BSA Victor Roadster/Shooting Star


Make Model

BSA Victor Roadster/Shooting Star


1965 - 70


Four stroke, single cylinder, OHV, 2 valves


441 cc / 26.9 cub in.
Bore x Stroke 79 x 90 mm
Cooling System Air cooled
Compression Ratio 9.4:1
Lubrication Dry sump
Oil Capacity 2.25 L / 4 pints
Exhaust Single, stainless steel


Battery 12V
Starting Kick start

Max Power

21.9 KW / 30 hp @ 6500 rpm
Clutch Wet, multi-plate


Final Drive Chain
Frame Tubular steel, cradle

Front Suspension

Telescopic forks

Rear Suspension

Swing arm, twin shock absorbers

Front Brakes

8 in., sls drum

Rear Brakes

7 in., sls drum
Wheels Steel, wore spokes

Front Tyre

3.25 x 18 in.

Rear Tyre

3.50 x 18 in


Length:  2083 mm / 82 in. (From 1969: 2113 mm / 83.2 in.

Width:     711 mm / 28 in.

Wheelbase 1321 mm / 52 in. From 1969: 1346 mm / 53 in.
Ground Clearance 190 mm / 7.5 in.
Seat Height 790 mm / 31 in.
Wet Weight 145 kg / 320 lbs

Fuel Capacity 

8 L / 1.75 US gal

Average Consumption 

3.1 -  4.3 L/100 km23 - 32 km/l / 55 - 75 mpg

Top Speed 145 km/h / 90 mph

In these days of 1,600cc — and bigger — road machines, it’s hard to believe the single-cylinder BSA 441 Shooting Star was actually described by a period magazine as a “touring mount.” Touring? On a 441cc single? My, how times have changed.

The truth is, by 1968, only the most committed Anglophile or thumper fan thought of BSA’s trusty single as a touring machine. Even if you did get it rolling up toward its potential top speed of 95mph, a velocity much higher than you’d expect out of such a small bike, the tingle from that single piston beating up and down at high revs would probably wear you out before you made it more than a few hundred miles.

But even so, 441cc was enough for a lot of people, and the BSA 441 Shooting Star single was considered one of the better machines to roll out from BSA’s Small Heath, England, factory.

Although the C15 got a cool reception here, it sold well in England and Europe. This was an era of increasing interest in trials and motocross racing, and the little single quickly proved itself a competent machine in offroad racing. Jeff Smith, one of England’s great motocross racers of the 1950s and 1960s, was a star rider for BSA, and his connection to the brand helped drive sales of the C15, and BSA’s smaller 2-stroke singles, as well. It was, in fact, Smith’s great popularity that helped launch the BSA 441 Victor and, a few years later, the BSA 441 Shooting Star.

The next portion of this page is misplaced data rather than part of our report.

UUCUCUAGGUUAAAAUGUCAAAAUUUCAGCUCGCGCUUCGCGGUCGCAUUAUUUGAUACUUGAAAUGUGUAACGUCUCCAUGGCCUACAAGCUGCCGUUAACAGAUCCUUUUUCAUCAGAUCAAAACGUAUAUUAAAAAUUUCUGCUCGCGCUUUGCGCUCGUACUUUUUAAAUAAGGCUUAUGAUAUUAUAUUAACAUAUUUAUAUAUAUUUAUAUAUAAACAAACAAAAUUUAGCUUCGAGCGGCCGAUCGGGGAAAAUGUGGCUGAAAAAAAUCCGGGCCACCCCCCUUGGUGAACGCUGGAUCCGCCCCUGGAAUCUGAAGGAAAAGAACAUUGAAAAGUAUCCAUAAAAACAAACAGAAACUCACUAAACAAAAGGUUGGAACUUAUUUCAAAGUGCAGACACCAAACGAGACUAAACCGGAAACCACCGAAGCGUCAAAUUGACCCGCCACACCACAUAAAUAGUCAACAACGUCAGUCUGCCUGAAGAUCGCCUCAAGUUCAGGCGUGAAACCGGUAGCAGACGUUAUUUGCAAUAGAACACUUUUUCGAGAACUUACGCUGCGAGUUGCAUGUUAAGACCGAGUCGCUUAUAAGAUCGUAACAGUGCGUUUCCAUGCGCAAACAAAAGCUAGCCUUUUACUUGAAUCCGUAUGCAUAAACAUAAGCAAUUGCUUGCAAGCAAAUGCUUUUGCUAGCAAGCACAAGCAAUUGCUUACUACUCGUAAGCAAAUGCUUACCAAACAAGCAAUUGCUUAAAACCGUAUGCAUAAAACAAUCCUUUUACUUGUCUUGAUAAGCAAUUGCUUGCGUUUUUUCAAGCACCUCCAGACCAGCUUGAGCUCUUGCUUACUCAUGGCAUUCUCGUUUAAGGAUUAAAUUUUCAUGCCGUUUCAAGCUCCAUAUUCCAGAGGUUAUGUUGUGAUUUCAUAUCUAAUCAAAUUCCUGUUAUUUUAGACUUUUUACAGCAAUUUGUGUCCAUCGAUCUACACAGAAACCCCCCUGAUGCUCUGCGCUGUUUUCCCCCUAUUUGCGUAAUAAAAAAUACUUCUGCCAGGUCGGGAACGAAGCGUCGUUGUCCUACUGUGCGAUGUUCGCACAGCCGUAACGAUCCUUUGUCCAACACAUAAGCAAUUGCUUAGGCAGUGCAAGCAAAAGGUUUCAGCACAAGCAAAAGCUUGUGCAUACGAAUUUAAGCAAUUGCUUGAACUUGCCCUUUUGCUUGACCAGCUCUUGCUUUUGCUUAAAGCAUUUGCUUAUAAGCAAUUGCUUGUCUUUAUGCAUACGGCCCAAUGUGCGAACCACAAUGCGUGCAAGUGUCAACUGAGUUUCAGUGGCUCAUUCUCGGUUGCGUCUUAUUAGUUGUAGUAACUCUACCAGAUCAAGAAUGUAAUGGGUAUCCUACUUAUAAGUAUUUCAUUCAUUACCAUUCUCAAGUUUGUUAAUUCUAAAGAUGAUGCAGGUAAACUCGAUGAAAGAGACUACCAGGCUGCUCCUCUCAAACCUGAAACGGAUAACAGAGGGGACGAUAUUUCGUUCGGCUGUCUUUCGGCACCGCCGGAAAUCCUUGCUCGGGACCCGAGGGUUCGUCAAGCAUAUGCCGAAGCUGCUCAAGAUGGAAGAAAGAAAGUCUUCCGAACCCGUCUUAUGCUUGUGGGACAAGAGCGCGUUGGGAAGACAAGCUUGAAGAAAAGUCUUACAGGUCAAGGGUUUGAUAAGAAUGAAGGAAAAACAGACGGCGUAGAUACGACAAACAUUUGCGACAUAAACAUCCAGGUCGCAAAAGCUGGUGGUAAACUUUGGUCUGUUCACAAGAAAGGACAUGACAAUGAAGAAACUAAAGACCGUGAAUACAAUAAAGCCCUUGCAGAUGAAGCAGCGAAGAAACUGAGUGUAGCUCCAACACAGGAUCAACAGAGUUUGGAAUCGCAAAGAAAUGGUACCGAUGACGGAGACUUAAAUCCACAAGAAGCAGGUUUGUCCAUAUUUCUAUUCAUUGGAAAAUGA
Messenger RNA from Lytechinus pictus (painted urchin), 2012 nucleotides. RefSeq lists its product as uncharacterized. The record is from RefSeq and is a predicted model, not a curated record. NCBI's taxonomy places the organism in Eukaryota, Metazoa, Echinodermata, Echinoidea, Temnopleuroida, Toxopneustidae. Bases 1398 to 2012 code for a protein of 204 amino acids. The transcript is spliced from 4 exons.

In 1964 and 1965, Smith rode a specially prepared 420cc single based on the C15 to back-to-back 500cc World Motocross Championship wins. BSA decided to cash in on Smith’s success by offering a version of his bike to the public. This was offered in 1965 as the race-replica B44GP Victor Grand Prix Scrambler (complete with special oil-in-frame made of Reynolds tubing, as on Smith’s machine). Featuring a further enlarged version of the old 250 single, now pushed out to 441cc, it was quickly followed by the more sedate B44VE Victor Enduro, which we came to know stateside as simply the 441 Victor.

Sensing more opportunity, in 1967 BSA further expanded the model line by offering a road version, the B44VR Victor Roadster. U.S. dealers didn’t get the Roadster at first, however.

Although the 441 Victor Enduro was exported to the U.S. immediately upon its introduction, it would be another year, 1968, before the Roadster would find its way into U.S. dealer showrooms, by which point it had become the B44SS Shooting Star.

Although singles were already becoming an anomaly in a new age of multi-cylinder bikes, the BSA was greeted with great enthusiasm. In its April 1968 issue, Cycle couldn’t say enough good things about the bike, calling it “one of the best motorcycles made by anybody, for anything.” And that’s even after writing at great length about the bike’s refusal to start, blamed on the BSA’s “singularly evil device,” its Amal carburetor.

So why did the motorcycling press like the BSA 441 Shooting Star? In large measure because of its simplicity. In an era of rapid change, the BSA single was a stable reminder of a simpler time. But to be fair, the bike also incorporated a number of tangible assets in its design, with a level of performance that belied its sub-500cc status. Top speed approached 95mph, and it was no slouch getting there, posting quarter-mile times in the mid 15-second range. Its transmission, a robust but simple 4-speed, was described with a word rarely applied to any machine, regardless of price or sophistication: “Perfect,” Cycle said. “Neutral is right there every time. And so are all the gears, perfectly spaced.”

And while many riders conjure up images of tooth-loosening vibration when they think of British singles, the BSA’s engine was lauded for its smoothness. “If the Shooting Star vibrated, we didn’t notice,” Cycle’s editors wrote, calling the engine “among the smoothest we’ve ever tested.”

The BSA 441 Shooting Star’s braking capacity didn’t garner quite so much enthusiasm. The 8-inch front and 7-inch rear drums were described as simply “fully capable of locking the wheel.” By the standards of the day — which weren’t particularly high — they were no better or worse than the brakes on a dozen other bikes.

Press Reports
“The Victor ... has the weight and general handling usually associated with 250s, while it does have the urge of a 500.” — Cycle World, April 1966

“The 441 single is a rare jewel of simplicity and a masterpiece of performance.” — Cycle, April 1968